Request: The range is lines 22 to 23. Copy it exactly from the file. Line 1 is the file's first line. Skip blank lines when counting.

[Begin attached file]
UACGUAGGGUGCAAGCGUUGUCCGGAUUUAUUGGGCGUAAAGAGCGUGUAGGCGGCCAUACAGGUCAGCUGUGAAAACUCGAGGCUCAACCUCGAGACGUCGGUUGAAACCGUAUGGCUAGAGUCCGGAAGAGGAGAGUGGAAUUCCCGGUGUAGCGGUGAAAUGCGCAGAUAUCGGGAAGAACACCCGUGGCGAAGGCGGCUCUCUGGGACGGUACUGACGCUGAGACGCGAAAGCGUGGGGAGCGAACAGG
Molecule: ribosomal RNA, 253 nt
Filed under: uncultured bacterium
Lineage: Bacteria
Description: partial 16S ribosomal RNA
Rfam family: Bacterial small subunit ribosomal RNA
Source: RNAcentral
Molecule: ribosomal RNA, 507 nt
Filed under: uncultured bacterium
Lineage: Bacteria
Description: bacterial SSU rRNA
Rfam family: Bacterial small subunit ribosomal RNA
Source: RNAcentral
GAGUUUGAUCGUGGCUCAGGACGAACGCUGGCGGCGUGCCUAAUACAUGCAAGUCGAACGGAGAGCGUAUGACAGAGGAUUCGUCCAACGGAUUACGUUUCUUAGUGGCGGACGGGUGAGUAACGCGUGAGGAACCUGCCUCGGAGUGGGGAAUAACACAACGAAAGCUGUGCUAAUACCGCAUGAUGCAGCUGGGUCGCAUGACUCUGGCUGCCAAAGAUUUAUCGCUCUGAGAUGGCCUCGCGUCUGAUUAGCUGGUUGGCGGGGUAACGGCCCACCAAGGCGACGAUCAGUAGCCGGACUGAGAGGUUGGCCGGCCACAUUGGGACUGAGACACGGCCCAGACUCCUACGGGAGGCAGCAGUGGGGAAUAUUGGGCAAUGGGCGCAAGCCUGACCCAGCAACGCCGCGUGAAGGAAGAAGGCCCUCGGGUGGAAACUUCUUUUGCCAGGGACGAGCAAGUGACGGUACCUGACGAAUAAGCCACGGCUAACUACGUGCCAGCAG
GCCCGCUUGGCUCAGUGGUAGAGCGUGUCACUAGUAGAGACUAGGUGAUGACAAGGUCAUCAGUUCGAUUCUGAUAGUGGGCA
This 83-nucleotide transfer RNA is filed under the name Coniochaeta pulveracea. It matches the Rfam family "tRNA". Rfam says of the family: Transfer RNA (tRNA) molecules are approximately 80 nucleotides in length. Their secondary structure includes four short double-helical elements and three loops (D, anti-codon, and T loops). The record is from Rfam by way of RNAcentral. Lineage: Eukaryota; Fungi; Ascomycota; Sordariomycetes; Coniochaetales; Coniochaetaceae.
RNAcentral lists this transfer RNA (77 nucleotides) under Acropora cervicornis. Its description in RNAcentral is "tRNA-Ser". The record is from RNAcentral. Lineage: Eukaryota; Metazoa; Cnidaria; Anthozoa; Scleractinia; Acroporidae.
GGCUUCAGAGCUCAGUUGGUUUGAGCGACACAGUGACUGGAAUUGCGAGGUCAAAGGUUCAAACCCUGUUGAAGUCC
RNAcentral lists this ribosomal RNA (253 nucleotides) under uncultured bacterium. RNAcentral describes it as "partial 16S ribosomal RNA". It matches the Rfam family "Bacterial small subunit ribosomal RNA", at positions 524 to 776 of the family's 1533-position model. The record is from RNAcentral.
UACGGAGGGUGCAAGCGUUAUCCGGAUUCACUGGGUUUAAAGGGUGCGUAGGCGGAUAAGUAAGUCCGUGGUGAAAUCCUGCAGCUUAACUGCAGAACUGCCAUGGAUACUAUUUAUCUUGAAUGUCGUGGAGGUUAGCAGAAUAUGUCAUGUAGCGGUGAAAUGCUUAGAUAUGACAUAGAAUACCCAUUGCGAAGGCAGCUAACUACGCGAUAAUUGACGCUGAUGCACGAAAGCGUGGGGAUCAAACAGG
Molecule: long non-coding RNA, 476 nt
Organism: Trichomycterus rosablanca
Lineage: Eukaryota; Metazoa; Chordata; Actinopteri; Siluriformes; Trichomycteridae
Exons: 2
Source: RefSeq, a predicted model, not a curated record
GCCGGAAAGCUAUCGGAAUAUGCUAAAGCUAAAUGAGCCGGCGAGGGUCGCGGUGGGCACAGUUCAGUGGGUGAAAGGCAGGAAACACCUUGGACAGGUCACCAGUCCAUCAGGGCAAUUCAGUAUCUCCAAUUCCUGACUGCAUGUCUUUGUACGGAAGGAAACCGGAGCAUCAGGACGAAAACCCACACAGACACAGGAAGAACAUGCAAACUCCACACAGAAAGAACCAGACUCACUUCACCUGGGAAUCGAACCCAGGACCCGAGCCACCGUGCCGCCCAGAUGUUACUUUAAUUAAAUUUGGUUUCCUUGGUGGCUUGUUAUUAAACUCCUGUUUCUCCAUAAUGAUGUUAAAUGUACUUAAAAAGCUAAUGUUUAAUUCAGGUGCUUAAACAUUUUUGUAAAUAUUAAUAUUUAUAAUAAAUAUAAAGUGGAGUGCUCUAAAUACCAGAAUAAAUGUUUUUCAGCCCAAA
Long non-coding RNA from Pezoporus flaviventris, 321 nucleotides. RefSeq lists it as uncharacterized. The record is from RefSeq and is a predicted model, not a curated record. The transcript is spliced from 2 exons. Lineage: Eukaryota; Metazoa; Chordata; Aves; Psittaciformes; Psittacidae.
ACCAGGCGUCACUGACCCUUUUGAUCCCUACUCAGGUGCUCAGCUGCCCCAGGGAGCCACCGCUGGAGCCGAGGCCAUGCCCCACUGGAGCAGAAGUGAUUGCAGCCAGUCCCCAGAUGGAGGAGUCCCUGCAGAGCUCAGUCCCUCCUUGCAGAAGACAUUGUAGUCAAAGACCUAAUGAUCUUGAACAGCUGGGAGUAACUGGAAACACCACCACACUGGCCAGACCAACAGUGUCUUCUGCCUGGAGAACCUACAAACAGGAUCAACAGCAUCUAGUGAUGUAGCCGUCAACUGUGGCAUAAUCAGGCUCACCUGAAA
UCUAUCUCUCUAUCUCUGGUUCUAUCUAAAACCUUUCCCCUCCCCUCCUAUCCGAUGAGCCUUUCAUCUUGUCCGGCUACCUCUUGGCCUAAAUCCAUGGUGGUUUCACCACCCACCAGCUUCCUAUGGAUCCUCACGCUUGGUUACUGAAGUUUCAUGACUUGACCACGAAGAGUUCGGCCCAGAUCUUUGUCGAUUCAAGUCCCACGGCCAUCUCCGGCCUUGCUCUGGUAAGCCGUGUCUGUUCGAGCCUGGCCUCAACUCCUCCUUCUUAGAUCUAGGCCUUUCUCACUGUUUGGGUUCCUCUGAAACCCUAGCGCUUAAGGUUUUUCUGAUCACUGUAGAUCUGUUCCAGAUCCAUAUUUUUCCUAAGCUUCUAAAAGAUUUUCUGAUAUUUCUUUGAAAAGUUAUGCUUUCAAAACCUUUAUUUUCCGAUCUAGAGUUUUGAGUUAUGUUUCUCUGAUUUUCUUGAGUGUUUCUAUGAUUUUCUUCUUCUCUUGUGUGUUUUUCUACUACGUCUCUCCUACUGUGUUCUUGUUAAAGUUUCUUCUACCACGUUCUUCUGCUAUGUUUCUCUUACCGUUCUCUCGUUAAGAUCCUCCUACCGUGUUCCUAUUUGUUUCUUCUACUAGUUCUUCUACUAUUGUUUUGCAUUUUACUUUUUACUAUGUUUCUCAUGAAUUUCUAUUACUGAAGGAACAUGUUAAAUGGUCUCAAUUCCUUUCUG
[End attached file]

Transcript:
Organism: Trichomycterus rosablanca
Lineage: Eukaryota; Metazoa; Chordata; Actinopteri; Siluriformes; Trichomycteridae